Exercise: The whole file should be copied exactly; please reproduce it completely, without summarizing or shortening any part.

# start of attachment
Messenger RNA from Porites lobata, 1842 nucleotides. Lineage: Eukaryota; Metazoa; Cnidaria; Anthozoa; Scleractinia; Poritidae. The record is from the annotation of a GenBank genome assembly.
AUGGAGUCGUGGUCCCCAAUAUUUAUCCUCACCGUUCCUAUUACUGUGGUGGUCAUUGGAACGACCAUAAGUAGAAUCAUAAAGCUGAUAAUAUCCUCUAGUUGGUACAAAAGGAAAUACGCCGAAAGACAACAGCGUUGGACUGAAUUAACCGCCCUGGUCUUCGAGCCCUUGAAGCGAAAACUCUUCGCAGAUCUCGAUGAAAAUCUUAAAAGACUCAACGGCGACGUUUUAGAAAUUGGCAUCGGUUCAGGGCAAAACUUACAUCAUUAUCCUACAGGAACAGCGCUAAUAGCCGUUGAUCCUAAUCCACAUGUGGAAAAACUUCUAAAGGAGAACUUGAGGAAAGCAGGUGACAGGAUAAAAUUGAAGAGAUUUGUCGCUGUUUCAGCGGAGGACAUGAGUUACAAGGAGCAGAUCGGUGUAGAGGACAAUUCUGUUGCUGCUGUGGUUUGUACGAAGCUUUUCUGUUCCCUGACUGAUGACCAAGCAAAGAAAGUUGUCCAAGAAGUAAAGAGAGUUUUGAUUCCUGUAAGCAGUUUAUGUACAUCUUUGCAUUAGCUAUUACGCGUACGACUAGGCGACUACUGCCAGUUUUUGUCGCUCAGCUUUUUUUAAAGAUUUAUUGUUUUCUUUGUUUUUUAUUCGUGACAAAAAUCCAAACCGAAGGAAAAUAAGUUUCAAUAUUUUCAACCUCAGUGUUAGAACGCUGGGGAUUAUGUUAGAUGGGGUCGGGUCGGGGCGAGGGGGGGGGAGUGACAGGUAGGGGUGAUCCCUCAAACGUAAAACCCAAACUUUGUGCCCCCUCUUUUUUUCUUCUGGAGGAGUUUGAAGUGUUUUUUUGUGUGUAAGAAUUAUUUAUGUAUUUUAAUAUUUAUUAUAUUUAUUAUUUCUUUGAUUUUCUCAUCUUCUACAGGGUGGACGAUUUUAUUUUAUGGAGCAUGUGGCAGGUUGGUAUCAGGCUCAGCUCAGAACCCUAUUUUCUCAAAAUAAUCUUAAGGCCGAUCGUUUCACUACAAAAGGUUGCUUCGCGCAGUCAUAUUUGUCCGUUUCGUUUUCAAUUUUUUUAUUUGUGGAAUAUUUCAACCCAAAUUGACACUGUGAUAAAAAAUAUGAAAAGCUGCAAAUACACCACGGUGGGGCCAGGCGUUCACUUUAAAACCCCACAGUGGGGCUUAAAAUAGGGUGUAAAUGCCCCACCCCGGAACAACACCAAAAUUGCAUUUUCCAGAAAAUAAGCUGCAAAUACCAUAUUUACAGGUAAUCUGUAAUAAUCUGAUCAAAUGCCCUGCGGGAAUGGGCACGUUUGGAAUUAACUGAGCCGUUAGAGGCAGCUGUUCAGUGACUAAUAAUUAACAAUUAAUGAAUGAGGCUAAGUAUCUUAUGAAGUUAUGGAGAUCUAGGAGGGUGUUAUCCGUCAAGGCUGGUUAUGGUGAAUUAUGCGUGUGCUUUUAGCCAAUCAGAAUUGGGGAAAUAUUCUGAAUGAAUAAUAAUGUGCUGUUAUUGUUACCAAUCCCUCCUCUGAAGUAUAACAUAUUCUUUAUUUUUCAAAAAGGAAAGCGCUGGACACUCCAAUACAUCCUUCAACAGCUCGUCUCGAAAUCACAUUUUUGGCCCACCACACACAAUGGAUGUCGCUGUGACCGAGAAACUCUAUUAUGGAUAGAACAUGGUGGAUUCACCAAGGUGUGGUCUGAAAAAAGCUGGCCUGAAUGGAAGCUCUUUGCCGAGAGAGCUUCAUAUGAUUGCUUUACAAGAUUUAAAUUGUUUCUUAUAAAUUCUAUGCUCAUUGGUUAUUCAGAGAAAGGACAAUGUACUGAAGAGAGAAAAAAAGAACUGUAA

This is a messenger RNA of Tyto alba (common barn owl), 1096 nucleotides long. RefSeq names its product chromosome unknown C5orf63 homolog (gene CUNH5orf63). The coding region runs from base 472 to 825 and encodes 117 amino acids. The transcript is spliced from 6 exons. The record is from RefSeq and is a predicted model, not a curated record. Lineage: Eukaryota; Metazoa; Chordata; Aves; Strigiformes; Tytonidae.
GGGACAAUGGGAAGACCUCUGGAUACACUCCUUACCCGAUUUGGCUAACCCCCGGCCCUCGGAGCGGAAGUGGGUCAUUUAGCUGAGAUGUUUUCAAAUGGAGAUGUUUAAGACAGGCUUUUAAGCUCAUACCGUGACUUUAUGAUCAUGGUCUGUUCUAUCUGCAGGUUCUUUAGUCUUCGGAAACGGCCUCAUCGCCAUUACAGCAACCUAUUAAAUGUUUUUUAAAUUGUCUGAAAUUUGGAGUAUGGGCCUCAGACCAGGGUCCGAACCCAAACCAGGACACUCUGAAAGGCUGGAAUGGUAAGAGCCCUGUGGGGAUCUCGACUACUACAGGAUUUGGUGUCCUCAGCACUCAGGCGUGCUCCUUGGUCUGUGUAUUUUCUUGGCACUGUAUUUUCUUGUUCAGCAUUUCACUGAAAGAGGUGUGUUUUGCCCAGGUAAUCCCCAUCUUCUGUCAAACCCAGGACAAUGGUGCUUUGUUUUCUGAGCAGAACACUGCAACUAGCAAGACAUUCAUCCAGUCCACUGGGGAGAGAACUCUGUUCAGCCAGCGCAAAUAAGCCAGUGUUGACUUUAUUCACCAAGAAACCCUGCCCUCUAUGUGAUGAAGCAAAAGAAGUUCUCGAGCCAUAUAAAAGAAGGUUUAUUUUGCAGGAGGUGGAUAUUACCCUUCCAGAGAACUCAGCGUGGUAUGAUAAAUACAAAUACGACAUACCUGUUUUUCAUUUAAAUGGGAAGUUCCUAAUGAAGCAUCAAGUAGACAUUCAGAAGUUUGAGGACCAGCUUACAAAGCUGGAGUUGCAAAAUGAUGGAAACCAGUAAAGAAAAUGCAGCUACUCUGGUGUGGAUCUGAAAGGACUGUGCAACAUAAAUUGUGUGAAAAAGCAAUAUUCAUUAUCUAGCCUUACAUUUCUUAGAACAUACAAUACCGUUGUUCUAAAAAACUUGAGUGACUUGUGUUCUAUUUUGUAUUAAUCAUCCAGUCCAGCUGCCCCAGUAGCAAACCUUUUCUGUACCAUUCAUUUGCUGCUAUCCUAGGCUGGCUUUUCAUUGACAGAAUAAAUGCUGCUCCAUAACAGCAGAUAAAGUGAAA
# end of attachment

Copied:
Messenger RNA from Porites lobata, 1842 nucleotides. Lineage: Eukaryota; Metazoa; Cnidaria; Anthozoa; Scleractinia; Poritidae. The record is from the annotation of a GenBank genome assembly.
AUGGAGUCGUGGUCCCCAAUAUUUAUCCUCACCGUUCCUAUUACUGUGGUGGUCAUUGGAACGACCAUAAGUAGAAUCAUAAAGCUGAUAAUAUCCUCUAGUUGGUACAAAAGGAAAUACGCCGAAAGACAACAGCGUUGGACUGAAUUAACCGCCCUGGUCUUCGAGCCCUUGAAGCGAAAACUCUUCGCAGAUCUCGAUGAAAAUCUUAAAAGACUCAACGGCGACGUUUUAGAAAUUGGCAUCGGUUCAGGGCAAAACUUACAUCAUUAUCCUACAGGAACAGCGCUAAUAGCCGUUGAUCCUAAUCCACAUGUGGAAAAACUUCUAAAGGAGAACUUGAGGAAAGCAGGUGACAGGAUAAAAUUGAAGAGAUUUGUCGCUGUUUCAGCGGAGGACAUGAGUUACAAGGAGCAGAUCGGUGUAGAGGACAAUUCUGUUGCUGCUGUGGUUUGUACGAAGCUUUUCUGUUCCCUGACUGAUGACCAAGCAAAGAAAGUUGUCCAAGAAGUAAAGAGAGUUUUGAUUCCUGUAAGCAGUUUAUGUACAUCUUUGCAUUAGCUAUUACGCGUACGACUAGGCGACUACUGCCAGUUUUUGUCGCUCAGCUUUUUUUAAAGAUUUAUUGUUUUCUUUGUUUUUUAUUCGUGACAAAAAUCCAAACCGAAGGAAAAUAAGUUUCAAUAUUUUCAACCUCAGUGUUAGAACGCUGGGGAUUAUGUUAGAUGGGGUCGGGUCGGGGCGAGGGGGGGGGAGUGACAGGUAGGGGUGAUCCCUCAAACGUAAAACCCAAACUUUGUGCCCCCUCUUUUUUUCUUCUGGAGGAGUUUGAAGUGUUUUUUUGUGUGUAAGAAUUAUUUAUGUAUUUUAAUAUUUAUUAUAUUUAUUAUUUCUUUGAUUUUCUCAUCUUCUACAGGGUGGACGAUUUUAUUUUAUGGAGCAUGUGGCAGGUUGGUAUCAGGCUCAGCUCAGAACCCUAUUUUCUCAAAAUAAUCUUAAGGCCGAUCGUUUCACUACAAAAGGUUGCUUCGCGCAGUCAUAUUUGUCCGUUUCGUUUUCAAUUUUUUUAUUUGUGGAAUAUUUCAACCCAAAUUGACACUGUGAUAAAAAAUAUGAAAAGCUGCAAAUACACCACGGUGGGGCCAGGCGUUCACUUUAAAACCCCACAGUGGGGCUUAAAAUAGGGUGUAAAUGCCCCACCCCGGAACAACACCAAAAUUGCAUUUUCCAGAAAAUAAGCUGCAAAUACCAUAUUUACAGGUAAUCUGUAAUAAUCUGAUCAAAUGCCCUGCGGGAAUGGGCACGUUUGGAAUUAACUGAGCCGUUAGAGGCAGCUGUUCAGUGACUAAUAAUUAACAAUUAAUGAAUGAGGCUAAGUAUCUUAUGAAGUUAUGGAGAUCUAGGAGGGUGUUAUCCGUCAAGGCUGGUUAUGGUGAAUUAUGCGUGUGCUUUUAGCCAAUCAGAAUUGGGGAAAUAUUCUGAAUGAAUAAUAAUGUGCUGUUAUUGUUACCAAUCCCUCCUCUGAAGUAUAACAUAUUCUUUAUUUUUCAAAAAGGAAAGCGCUGGACACUCCAAUACAUCCUUCAACAGCUCGUCUCGAAAUCACAUUUUUGGCCCACCACACACAAUGGAUGUCGCUGUGACCGAGAAACUCUAUUAUGGAUAGAACAUGGUGGAUUCACCAAGGUGUGGUCUGAAAAAAGCUGGCCUGAAUGGAAGCUCUUUGCCGAGAGAGCUUCAUAUGAUUGCUUUACAAGAUUUAAAUUGUUUCUUAUAAAUUCUAUGCUCAUUGGUUAUUCAGAGAAAGGACAAUGUACUGAAGAGAGAAAAAAAGAACUGUAA

This is a messenger RNA of Tyto alba (common barn owl), 1096 nucleotides long. RefSeq names its product chromosome unknown C5orf63 homolog (gene CUNH5orf63). The coding region runs from base 472 to 825 and encodes 117 amino acids. The transcript is spliced from 6 exons. The record is from RefSeq and is a predicted model, not a curated record. Lineage: Eukaryota; Metazoa; Chordata; Aves; Strigiformes; Tytonidae.
GGGACAAUGGGAAGACCUCUGGAUACACUCCUUACCCGAUUUGGCUAACCCCCGGCCCUCGGAGCGGAAGUGGGUCAUUUAGCUGAGAUGUUUUCAAAUGGAGAUGUUUAAGACAGGCUUUUAAGCUCAUACCGUGACUUUAUGAUCAUGGUCUGUUCUAUCUGCAGGUUCUUUAGUCUUCGGAAACGGCCUCAUCGCCAUUACAGCAACCUAUUAAAUGUUUUUUAAAUUGUCUGAAAUUUGGAGUAUGGGCCUCAGACCAGGGUCCGAACCCAAACCAGGACACUCUGAAAGGCUGGAAUGGUAAGAGCCCUGUGGGGAUCUCGACUACUACAGGAUUUGGUGUCCUCAGCACUCAGGCGUGCUCCUUGGUCUGUGUAUUUUCUUGGCACUGUAUUUUCUUGUUCAGCAUUUCACUGAAAGAGGUGUGUUUUGCCCAGGUAAUCCCCAUCUUCUGUCAAACCCAGGACAAUGGUGCUUUGUUUUCUGAGCAGAACACUGCAACUAGCAAGACAUUCAUCCAGUCCACUGGGGAGAGAACUCUGUUCAGCCAGCGCAAAUAAGCCAGUGUUGACUUUAUUCACCAAGAAACCCUGCCCUCUAUGUGAUGAAGCAAAAGAAGUUCUCGAGCCAUAUAAAAGAAGGUUUAUUUUGCAGGAGGUGGAUAUUACCCUUCCAGAGAACUCAGCGUGGUAUGAUAAAUACAAAUACGACAUACCUGUUUUUCAUUUAAAUGGGAAGUUCCUAAUGAAGCAUCAAGUAGACAUUCAGAAGUUUGAGGACCAGCUUACAAAGCUGGAGUUGCAAAAUGAUGGAAACCAGUAAAGAAAAUGCAGCUACUCUGGUGUGGAUCUGAAAGGACUGUGCAACAUAAAUUGUGUGAAAAAGCAAUAUUCAUUAUCUAGCCUUACAUUUCUUAGAACAUACAAUACCGUUGUUCUAAAAAACUUGAGUGACUUGUGUUCUAUUUUGUAUUAAUCAUCCAGUCCAGCUGCCCCAGUAGCAAACCUUUUCUGUACCAUUCAUUUGCUGCUAUCCUAGGCUGGCUUUUCAUUGACAGAAUAAAUGCUGCUCCAUAACAGCAGAUAAAGUGAAA